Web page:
State Attorneys General Allege NCAA’s NIL Regulations Violate Federal Antitrust Law
The Tennessee and Virginia attorneys general (AGs) filed a joint lawsuit alleging the NCAA’s NIL regulations violate federal antitrust law. In a press release published by Virginia’s attorney general, he stated that both Virginia and Tennessee “allege that the NCAA’s restrictions on the ability of current and future student-athletes to negotiate and benefit from their…[NIL] rights violate federal antitrust law and is harmful to current and future student-athletes.” The lawsuit comes just one day after it was reported that the University of Tennessee is under NCAA investigation for potential NIL violations.
The current lawsuit also comes roughly three years after the Supreme Court’s Alston decision, which held that the NCAA could no longer prohibit college athletes from earning compensation from their NIL. Following this decision, the NCAA announced interim NIL policies (which remain in effect), in addition to various states and universities that have also enacted their own NIL regulations. Both Tennessee and Virginia’s state legislature enacted their own respective NIL regulations, and both generally provide that the states have an interest in protecting prospective and current college athletes’ NIL opportunities. The states’ NIL statutes also expressly prohibit athletic associations, including the NCAA, from “interfering with athletes’ ability to earn NIL compensation.”
The lawsuit alleges “the NCAA is thumbing its nose at the law. After allowing NIL licensing to emerge nationwide, the NCAA is trying to stop that market from functioning.” The lawsuit also points to a recent NCAA proposal which permits current athletes to pursue NIL compensation, but bans prospective college athletes from discussing potential NIL opportunities until they enroll at the university. The AGs claim that by “prohibiting such interactions, the NCAA’s current approach restricts competition among schools and third parties (often NIL ‘collectives’) to arrange the best NIL opportunities for prospective athletes.”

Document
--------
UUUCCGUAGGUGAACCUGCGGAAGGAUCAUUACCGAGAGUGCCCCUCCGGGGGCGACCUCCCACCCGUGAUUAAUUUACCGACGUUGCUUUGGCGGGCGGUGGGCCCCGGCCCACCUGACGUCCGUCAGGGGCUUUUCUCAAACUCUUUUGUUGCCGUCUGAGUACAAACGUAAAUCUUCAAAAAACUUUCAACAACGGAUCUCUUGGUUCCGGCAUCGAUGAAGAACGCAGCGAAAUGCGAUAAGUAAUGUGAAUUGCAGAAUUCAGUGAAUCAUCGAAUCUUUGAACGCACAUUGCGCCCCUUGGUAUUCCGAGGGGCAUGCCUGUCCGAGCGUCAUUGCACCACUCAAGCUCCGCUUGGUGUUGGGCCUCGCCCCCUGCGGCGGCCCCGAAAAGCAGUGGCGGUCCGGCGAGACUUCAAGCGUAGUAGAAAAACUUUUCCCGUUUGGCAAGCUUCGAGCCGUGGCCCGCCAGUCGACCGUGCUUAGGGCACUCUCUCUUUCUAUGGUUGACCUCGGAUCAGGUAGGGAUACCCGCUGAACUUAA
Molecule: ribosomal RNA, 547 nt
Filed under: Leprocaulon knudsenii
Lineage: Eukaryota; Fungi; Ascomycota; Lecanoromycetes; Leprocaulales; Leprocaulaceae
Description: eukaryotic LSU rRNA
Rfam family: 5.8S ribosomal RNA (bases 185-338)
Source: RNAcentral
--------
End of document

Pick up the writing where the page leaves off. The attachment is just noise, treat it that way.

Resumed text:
As laid out in the complaint, the AGs assert that the “NCAA has started enforcing rules that unfairly restrict how athletes can commercially use their [NIL]…at a critical juncture in the recruiting calendar.” Currently, Florida State University, the University of Florida, and the University of Tennessee are all under NCAA investigation for potential NIL violations. The AGs assert that the NCAA’s NIL “anticompetitive restrictions violate the Sherman Act, harm the States and the welfare of their athletes, and should be declared unlawful and enjoined.” Importantly, the AGs asked the court for a temporary restraining order and preliminary injunction that would prohibit the NCAA from enforcing its NIL recruiting rules. A decision is expected in the coming days.
The lawsuit also comes at a time when NCAA President Charlie Baker and other interested parties have pleaded with federal lawmakers to enact federal NIL legislation, which would provide an antitrust exemption allowing the NCAA to govern without being sued for alleged antitrust violations. However, Congress has yet to act.
Interested parties should contact Varnum’s NIL Practice Team to ensure they are in compliance with applicable (and potentially changing) NCAA, state, and institutional regulations.